Orbit, out now
1828: A particularly grisly murder in Edinburgh sets police sergeant Adam Quire on the trail of resurrectionists with a different agenda from usual…
The pull of opposing forces lies at the heart of Brian Ruckley’s excellent novel, whether it’s the differences between the Old and New Towns in Edinburgh itself, Sergeant Quire’s past experiences as a soldier in the fight against Napoleon or his present commitments as an officer of the law, or the more arcane worlds of witchcraft set against the contemporary quest for knowledge. The author sets his stall out with a prologue set 10 years before the main action of the book, recording a demonstration of attempts to reanimate a corpse, so it comes as no surprise to the reader when that’s at the heart of the mystery that Quire tries to solve.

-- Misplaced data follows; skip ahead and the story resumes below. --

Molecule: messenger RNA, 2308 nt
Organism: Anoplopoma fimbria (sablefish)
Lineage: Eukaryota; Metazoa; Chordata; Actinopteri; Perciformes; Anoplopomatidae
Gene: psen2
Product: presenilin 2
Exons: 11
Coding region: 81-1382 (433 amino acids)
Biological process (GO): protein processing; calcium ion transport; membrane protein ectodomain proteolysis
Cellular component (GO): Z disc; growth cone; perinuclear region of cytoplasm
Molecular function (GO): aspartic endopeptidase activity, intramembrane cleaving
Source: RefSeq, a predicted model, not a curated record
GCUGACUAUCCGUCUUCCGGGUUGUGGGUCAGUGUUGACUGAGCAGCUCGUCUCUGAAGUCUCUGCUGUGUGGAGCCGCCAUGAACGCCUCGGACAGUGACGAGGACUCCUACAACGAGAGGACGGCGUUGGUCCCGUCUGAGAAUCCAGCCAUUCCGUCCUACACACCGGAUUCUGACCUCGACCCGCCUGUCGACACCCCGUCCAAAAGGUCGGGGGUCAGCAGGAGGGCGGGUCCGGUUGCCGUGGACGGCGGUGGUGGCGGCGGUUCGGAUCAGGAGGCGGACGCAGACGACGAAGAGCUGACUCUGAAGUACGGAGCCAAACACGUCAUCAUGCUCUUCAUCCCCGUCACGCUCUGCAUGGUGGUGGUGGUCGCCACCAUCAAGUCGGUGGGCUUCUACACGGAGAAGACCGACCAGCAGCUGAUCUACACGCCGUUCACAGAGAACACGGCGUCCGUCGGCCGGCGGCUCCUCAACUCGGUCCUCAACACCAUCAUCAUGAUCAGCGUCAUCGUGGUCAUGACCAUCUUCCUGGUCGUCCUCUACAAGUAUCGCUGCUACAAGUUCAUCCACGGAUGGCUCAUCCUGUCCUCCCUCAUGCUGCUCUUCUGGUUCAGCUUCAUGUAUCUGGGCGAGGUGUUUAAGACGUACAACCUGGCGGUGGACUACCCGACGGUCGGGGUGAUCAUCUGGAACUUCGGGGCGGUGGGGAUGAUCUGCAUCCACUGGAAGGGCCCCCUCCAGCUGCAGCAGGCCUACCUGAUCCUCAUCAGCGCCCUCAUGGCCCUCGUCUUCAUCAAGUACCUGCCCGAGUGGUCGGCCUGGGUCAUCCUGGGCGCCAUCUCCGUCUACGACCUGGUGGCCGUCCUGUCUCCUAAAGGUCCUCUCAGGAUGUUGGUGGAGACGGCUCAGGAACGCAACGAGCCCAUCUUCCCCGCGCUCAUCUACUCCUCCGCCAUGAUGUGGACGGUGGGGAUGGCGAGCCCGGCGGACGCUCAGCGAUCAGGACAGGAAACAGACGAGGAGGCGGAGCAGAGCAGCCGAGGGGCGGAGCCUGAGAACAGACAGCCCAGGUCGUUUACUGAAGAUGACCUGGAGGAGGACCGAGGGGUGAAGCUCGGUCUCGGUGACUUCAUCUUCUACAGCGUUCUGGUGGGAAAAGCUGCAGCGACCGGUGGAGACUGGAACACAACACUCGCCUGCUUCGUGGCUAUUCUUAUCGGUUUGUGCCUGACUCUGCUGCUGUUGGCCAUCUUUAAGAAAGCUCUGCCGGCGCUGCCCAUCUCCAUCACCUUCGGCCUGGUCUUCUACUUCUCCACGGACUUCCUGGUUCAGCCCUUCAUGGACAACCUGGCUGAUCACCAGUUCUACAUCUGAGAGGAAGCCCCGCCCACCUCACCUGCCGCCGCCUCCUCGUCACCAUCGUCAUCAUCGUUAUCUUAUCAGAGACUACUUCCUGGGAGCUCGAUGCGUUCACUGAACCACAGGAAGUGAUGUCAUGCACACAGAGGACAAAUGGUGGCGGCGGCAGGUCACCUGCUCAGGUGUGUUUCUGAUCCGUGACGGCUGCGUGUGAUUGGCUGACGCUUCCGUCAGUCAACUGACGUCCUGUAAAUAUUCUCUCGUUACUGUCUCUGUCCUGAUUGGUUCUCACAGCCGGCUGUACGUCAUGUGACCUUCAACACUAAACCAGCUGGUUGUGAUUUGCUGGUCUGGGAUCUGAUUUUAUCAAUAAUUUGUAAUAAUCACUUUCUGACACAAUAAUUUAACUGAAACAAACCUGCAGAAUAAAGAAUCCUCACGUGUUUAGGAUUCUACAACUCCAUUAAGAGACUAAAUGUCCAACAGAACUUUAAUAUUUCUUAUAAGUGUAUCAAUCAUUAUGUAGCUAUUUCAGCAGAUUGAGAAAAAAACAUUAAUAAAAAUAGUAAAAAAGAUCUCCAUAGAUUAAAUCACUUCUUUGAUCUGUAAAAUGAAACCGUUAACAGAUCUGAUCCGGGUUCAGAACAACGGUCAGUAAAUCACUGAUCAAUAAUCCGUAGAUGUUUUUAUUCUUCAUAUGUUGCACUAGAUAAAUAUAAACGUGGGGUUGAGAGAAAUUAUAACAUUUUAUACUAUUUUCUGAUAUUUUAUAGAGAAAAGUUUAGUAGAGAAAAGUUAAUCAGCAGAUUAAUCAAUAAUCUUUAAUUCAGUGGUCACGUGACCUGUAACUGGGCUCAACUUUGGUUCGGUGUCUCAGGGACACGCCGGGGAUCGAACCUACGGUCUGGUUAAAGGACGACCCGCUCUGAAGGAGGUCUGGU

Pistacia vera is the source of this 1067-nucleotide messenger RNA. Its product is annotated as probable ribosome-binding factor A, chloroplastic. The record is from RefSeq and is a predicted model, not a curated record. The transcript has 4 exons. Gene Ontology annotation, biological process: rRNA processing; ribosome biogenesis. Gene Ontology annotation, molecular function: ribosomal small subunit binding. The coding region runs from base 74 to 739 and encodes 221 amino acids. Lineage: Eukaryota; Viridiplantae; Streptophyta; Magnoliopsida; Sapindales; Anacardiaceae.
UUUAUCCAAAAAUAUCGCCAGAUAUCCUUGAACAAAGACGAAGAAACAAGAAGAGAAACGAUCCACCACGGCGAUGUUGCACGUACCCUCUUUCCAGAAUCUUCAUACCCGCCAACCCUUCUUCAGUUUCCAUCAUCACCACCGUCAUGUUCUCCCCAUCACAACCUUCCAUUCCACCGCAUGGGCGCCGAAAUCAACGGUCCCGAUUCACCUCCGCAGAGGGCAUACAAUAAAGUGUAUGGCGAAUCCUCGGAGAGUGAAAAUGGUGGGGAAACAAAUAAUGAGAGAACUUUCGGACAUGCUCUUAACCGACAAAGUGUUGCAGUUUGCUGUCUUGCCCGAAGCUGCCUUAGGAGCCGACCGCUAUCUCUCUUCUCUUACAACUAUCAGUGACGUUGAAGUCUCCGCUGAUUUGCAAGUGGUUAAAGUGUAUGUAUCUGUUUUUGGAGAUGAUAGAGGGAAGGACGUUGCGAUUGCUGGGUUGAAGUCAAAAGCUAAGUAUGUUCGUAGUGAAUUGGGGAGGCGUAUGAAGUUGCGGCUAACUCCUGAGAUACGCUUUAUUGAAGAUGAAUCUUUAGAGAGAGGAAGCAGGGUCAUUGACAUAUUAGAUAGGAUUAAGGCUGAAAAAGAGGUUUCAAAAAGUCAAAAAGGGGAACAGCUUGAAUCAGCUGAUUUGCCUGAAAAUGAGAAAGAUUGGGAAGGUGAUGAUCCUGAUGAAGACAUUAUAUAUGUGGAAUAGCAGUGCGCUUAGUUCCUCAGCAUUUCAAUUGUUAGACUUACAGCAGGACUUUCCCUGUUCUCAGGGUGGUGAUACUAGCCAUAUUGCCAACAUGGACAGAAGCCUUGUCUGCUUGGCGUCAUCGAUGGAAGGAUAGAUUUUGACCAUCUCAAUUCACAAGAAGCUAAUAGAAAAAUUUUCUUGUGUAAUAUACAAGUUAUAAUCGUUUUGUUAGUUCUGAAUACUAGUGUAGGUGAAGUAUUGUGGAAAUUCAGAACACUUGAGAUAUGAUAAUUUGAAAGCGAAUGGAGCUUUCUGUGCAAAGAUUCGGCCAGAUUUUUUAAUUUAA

Ruckley weaves genuine historical figures – Knox, Burke and Hare – into the narrative, and his research has allowed him to evoke the feel not simply of the way of life in Edinburgh at that crucial time in its history, but of the people who populated it. From the upper class toffs whose word will be taken as gospel, no matter how falsely they may be speaking, to the whores, nightwatchmen and drunkards on the streets, each rings true.
The horror element is sensibly underplayed in the first half of the book, but as Quire begins to understand the extent of what he is dealing with, it comes to the fore, culminating in three separate incidents where Quire must face something that is beyond his comprehension. The last of these reads as if John Buchan were writing from a story penned by Sam Raimi – a combination that sounds odd, but which works very well.
Verdict: Historical horror at its best. 8/10